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Home Buying

4 Minute Read

Are You Financially Ready to Buy a Home?

4 Minute Read

You’ve dreamed of owning a home for as long as you can remember. But lately, your dream’s been more like a driving force than a twinkling in the eye.

Perhaps your friends are all buying homes and pressuring you to do the same. Or maybe your rent just went up again. Whatever the case, you simply can’t wait another year to buy. 

There’s just one thing: You aren’t quite sure you can afford it.

So how do you know you really are ready to start talking to a real estate agent about taking the leap? This handy checklist is a good place to start.

1. You’re Debt-Free With a Healthy Emergency Fund

This ensures you can handle any unexpected expenses that come your way once you own a home. You don’t want Murphy to send you packing the first time the roof leaks!

Use the debt snowball to knock debts out one by one, working your way up from smallest to largest to build momentum. There’s no better way to free up income for more worthwhile pursuits—like home ownership!

Find expert agents to help you buy your home.

Once debt’s a distant memory, get busy stockpiling money in an emergency fund. Three to six months of expenses should do the trick.

2. You Have a Good Down Payment

The best way to buy a home is to put 100% down. If paying cash for your home isn’t in the cards this year, set a goal of saving at least 10%. Of course, 20% will put you in an even better position because you’ll avoid paying private mortgage insurance (PMI).

If you do decide to go with a mortgage, stay conservative. We recommend keeping your payments at no more than 25% of your take-home pay on a 15-year conventional fixed-rate mortgage.

Related: Want to learn more about how to save up a down payment on a house fast? Our 5-Day Home Buyer Savings Plan will help you discover simple tricks to save a five-figure down payment by this time next year!

3. You Can Pay Your Own Closing Costs

Some home sellers cover closing costs to sweeten the deal—but don’t bank on it. On average, closing costs can range from 2% to 5% of your home’s purchase price, according to Zillow. For a $200,000 home, that’s anywhere between $4,000 and $10,000 to cover items like:

  • Loan origination fee
  • Home and pest inspection fees
  • Appraisal
  • Prepaid property taxes and mortgage insurance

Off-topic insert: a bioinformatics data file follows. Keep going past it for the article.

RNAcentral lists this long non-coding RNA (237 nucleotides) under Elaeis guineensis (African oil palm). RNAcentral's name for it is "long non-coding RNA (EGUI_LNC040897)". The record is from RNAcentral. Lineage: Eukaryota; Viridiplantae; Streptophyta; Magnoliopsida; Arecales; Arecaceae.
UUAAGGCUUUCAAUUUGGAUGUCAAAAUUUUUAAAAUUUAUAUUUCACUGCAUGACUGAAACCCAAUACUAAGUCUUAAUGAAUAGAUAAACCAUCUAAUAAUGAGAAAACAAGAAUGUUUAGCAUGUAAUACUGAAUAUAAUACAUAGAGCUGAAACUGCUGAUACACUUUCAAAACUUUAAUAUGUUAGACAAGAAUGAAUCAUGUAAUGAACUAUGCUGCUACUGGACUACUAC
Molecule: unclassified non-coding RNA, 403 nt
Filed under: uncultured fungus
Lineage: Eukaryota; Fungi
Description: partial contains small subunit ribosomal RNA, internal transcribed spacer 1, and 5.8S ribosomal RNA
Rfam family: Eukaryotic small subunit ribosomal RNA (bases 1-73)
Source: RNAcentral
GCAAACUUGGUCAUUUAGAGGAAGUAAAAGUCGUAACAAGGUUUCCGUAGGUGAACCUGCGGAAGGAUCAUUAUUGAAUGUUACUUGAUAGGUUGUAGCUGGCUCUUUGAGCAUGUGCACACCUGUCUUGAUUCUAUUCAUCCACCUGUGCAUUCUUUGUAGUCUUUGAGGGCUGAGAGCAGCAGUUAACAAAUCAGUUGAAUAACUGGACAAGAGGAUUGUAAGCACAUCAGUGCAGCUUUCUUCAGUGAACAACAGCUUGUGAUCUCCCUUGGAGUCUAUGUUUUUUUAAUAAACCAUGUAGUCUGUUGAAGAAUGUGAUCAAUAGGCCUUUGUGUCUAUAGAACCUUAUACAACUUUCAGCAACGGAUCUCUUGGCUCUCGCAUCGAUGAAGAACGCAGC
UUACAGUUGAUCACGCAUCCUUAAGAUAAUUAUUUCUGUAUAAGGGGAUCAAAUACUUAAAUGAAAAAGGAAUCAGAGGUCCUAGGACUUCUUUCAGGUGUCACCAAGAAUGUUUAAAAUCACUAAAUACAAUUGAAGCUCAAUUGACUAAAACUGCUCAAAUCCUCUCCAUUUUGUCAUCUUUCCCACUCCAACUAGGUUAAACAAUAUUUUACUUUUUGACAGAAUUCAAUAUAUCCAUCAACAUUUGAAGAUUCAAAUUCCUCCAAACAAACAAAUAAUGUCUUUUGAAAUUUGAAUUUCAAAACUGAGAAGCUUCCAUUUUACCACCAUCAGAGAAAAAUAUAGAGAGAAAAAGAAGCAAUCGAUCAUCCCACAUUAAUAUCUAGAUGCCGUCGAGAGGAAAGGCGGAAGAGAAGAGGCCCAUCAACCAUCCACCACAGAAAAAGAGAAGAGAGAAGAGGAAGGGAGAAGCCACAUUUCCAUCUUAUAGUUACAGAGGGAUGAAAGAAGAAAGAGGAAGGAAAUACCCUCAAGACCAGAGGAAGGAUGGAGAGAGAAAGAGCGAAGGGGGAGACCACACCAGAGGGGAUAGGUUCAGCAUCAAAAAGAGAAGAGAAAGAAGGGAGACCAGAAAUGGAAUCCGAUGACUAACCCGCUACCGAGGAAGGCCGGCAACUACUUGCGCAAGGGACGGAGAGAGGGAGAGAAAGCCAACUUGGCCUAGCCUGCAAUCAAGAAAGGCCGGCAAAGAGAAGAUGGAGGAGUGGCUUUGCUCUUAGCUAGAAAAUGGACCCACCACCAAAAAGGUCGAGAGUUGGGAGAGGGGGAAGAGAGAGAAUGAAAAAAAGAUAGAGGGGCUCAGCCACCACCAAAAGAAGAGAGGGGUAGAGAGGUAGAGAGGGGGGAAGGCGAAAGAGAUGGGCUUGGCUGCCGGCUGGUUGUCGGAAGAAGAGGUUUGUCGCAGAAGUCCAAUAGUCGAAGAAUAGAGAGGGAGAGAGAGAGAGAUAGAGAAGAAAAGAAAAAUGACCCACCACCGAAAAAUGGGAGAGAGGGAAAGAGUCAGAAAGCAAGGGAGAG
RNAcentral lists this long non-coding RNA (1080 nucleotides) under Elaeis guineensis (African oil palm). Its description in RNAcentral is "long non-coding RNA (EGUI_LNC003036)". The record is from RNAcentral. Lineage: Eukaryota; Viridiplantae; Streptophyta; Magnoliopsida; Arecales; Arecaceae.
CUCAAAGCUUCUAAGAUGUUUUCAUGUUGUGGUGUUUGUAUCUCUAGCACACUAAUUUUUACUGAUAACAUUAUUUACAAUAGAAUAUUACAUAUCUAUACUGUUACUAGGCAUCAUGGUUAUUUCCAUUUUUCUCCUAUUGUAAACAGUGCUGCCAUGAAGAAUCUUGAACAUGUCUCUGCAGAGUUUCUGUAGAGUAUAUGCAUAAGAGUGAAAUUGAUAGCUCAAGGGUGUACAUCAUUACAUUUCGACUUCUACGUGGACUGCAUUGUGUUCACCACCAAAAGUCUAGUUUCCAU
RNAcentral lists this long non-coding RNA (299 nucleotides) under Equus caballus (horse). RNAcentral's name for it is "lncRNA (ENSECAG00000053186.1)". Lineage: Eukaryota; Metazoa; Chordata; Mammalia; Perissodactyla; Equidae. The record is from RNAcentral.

• Title insurance
  • Recording fees
  • Underwriting fees

You can put money aside for your closing costs, but you won’t have a clear idea of what those costs will be until you receive a loan estimate form from your lender after you apply for your mortgage. Just be aware that these can change before it’s time to close on your home.

You should receive your final closing disclosure form at least three days before closing. Review it carefully for unexpected cost differences, and ask your lender to explain any charges you don’t understand.

4. You Can Cash Flow Moving Expenses

Whether you pay a moving crew hundreds of dollars to pack up and move your belongings or you provide a pizza dinner to a handful of your best friends after they help you move, you’re going to have plenty of moving expenses:

  • Boxes, bubble wrap and other moving supplies
  • Deposits for utilities
  • Cleaning supplies
  • Appliances that aren’t included in your home purchase
  • Any pre-move-in upgrades like painting, new furniture and closet organization

While you wait for your closing date, get good estimates for what these costs will be—request quotes from moving companies, shop for appliances, etc. Pad your move-in budget a bit so things go as smoothly as possible, and don’t let new-home excitement cause you to overspend on items you don’t need right away.

A Helpful Tip If You’re Looking to Buy a Home

If you really want to keep costs in check, work with a buyer’s agent. Having a buyer’s agent by your side brings two big benefits:

  • Save money. In most cases, the home seller pays the commission for your agent—so you pay nothing to get expert help! Even better, a buyer’s agent can save you thousands of dollars on your dream home by fighting for your best interests at the negotiation table.

  • Save time. Without a buyer’s agent, you’ll have piles of paperwork to wade through. Life’s too busy for that! Let an expert who knows all of the laws and regulations specific to your city take care of the red tape for you.

Our real estate Endorsed Local Providers (ELPs) have tons of experience helping buyers like you find homes. If you don’t have a pro you can trust, we can introduce you to the top agents we recommend in your area.

Find a real estate pro today!

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Buy a House With an Agent Who Serves, Not Sells

Find a Buyer's Agent

Buy a House With an Agent Who Serves, Not Sells.

You need an agent who cares more about you than their commission check.
Find a Buyer's Agent

Buy a House With an Agent Who Serves, Not Sells.

You need an agent who cares more about you than their commission check.
Find a Buyer's Agent